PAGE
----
by Oliver Carlos

My family had visited Liliw, Laguna quite a number of times already. In those trips we shopped for footwear and ate delicious homemade pizza at a local restaurant. When we were there, I also mused on what lies beyond that far-fletched town sitting on the foothills of Mt. Banahaw? So one day, we decided to drive beyond Liliw and see where the eastward road leads.

We heard from friends that theres at least a couple of nice nature spots in that area. We started asking around for one that’s named Dalitiwan. I imagined it to be a river with a waterfall. We drove past the población of Majayjay. The road was generally straight with a few winding parts. We reached a street corner with a sign pointing to Dalitiwan. We left the main road and followed that unpaved road into a wooded area.

The ice-cold waters of Dalitiwan splashing on my shoulders. (photo by Maffy Castillo)

Several meters into the dirt road, a guy halted us and collected P20 from us. He said that the entrance is free, but we had to pay for the parking. When we reached the end of the road, we saw some vehicles parked under some trees. We parked our little red Suzuki Alto there. From where we parked, we can see a short downhill trail which leads to a river. Beside the river were huts, and on the river were vacationers like us. Bingo! We’ve reached our destination.

The place was quite pristine. There’s not much commercialization yet. There were just a few bamboo huts and tables. There was also a public toilet with showers. I don’t think there’s electricity in the area as we were told we should set off at 5 PM or before it gets dark. This was in the mid-2010s.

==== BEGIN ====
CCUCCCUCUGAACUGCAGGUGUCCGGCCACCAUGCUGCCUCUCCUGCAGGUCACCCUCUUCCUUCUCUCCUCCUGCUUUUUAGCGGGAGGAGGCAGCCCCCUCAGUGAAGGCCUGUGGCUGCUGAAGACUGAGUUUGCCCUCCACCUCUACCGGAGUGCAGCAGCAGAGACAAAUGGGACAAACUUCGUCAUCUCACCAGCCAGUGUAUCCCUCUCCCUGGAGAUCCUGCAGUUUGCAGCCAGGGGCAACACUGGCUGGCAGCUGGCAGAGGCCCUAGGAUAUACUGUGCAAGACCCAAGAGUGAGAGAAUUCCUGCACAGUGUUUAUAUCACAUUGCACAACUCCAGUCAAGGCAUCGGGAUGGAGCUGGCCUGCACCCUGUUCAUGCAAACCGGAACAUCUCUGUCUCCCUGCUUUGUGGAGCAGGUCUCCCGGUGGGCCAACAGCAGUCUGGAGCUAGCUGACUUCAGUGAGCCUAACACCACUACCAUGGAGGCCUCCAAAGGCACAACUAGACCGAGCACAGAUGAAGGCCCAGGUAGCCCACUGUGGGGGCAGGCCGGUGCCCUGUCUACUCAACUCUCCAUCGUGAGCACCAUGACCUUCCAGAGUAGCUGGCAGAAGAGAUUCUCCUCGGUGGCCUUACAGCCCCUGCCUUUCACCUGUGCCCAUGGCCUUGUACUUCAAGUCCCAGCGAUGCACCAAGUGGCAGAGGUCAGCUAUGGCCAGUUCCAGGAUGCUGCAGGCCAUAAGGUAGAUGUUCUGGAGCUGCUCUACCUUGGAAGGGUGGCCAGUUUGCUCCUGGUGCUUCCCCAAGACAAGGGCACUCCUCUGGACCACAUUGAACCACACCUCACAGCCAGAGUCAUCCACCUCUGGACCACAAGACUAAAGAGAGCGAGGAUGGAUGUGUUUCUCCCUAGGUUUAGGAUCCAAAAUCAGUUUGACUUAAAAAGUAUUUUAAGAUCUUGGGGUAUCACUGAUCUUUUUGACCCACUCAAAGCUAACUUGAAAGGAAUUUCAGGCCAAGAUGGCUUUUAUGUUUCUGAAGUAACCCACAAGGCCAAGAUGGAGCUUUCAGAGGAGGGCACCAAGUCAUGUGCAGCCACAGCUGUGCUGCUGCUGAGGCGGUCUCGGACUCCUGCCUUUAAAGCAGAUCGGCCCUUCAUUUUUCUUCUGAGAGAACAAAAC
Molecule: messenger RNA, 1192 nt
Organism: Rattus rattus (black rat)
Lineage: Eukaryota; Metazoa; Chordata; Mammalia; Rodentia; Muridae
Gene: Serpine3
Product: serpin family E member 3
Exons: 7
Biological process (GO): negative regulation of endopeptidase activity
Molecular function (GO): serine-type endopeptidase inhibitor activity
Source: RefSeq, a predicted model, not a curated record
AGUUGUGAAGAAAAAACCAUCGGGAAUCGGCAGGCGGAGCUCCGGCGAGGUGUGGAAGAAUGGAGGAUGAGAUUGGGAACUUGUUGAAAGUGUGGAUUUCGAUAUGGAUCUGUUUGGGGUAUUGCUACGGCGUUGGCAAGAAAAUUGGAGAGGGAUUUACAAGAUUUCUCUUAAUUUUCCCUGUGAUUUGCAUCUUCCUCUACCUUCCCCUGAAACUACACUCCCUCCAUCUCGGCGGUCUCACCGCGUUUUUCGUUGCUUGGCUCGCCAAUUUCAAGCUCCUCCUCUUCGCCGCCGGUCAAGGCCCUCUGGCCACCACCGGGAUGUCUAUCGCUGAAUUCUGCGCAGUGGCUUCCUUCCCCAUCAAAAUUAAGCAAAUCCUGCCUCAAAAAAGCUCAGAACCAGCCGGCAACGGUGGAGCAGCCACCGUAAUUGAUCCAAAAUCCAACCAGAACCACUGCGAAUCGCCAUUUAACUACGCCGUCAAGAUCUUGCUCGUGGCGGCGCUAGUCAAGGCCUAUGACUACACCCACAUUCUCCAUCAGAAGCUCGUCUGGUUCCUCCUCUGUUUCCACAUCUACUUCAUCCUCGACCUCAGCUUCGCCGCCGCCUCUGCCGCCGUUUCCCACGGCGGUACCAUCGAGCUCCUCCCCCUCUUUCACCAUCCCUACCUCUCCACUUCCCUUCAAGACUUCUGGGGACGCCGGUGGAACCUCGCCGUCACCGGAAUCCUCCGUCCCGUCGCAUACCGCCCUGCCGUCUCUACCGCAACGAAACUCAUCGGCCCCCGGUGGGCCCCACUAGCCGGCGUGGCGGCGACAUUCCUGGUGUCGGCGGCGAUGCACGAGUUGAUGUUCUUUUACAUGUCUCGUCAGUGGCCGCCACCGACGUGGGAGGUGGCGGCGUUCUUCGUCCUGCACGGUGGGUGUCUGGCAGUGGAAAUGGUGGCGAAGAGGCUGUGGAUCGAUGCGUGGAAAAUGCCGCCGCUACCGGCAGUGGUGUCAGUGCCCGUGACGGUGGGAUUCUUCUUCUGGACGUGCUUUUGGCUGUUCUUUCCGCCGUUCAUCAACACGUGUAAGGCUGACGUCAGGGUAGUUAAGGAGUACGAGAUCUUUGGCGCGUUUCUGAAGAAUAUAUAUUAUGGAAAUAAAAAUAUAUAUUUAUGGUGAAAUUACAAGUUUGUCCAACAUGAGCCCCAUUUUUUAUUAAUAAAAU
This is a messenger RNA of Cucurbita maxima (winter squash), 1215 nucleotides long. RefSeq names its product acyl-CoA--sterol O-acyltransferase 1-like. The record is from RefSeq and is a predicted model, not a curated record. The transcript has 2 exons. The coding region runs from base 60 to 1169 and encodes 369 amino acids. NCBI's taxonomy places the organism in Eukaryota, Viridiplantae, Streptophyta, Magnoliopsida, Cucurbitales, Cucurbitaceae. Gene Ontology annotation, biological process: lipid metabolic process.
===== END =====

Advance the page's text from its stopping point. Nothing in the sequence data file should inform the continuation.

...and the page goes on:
We didn’t rent a hut or table, a big flat rock beside the river was good enough for us. We bathed in the cool, fast-flowing water of that river that runs down the slopes of Mt. Banahaw. There’s also a small waterfall, around10 feet high. It’s a great experience feeling its thundering waters splash on my shoulders.

Our Dalitiwan trip reminded me of my favorite psalm, which is Psalm 42. It’s famous for its opening line:

“As the deer pants for streams of water, so my soul pants for you, my God.” (Psalm 42:1, NIV)

It was a hot and humid summer, and we longed to plunge ourselves in some cold spring or river. We were like a thirsty deer looking for a brook to drink from. We travelled far and wide searching for the fabled Dalitiwan river. Similarly, sometimes in life we feel exhausted from the wilting heat of our work or school, and we wanted to have some refreshing moments. When we’re in this situation, let us thirst for more of God in our lives. Seek his presence by praying and reading through the Bible. For sure, he will let you feel his embrace, and you would feel a unique kind of peace that only he can give.

When the psalmist has found God’s touch, he described it as a strong waterfall overwhelming him. He wrote in verses7–8 (NIV):

“…in the roar of your waterfalls, all your waves and breakers have swept over me. By day the Lord directs his love, at night his song is with me…”

In conclusion, the psalmist exclaimed this at the end of his search:

“Why, my soul, are you downcast? Why so disturbed within me?
Put your hope in God, for I will yet praise him, my Savior and my God.” (verse 11, NIV)

Do you feel downtrodden or dry? Like a thirsty deer, yearn for God. Cheer up and sing to him a worship song. Know that he will wash away your stress, anxiety and downcast mood. Rejoice and be glad, for God is near and he will come to you like a mighty waterfall.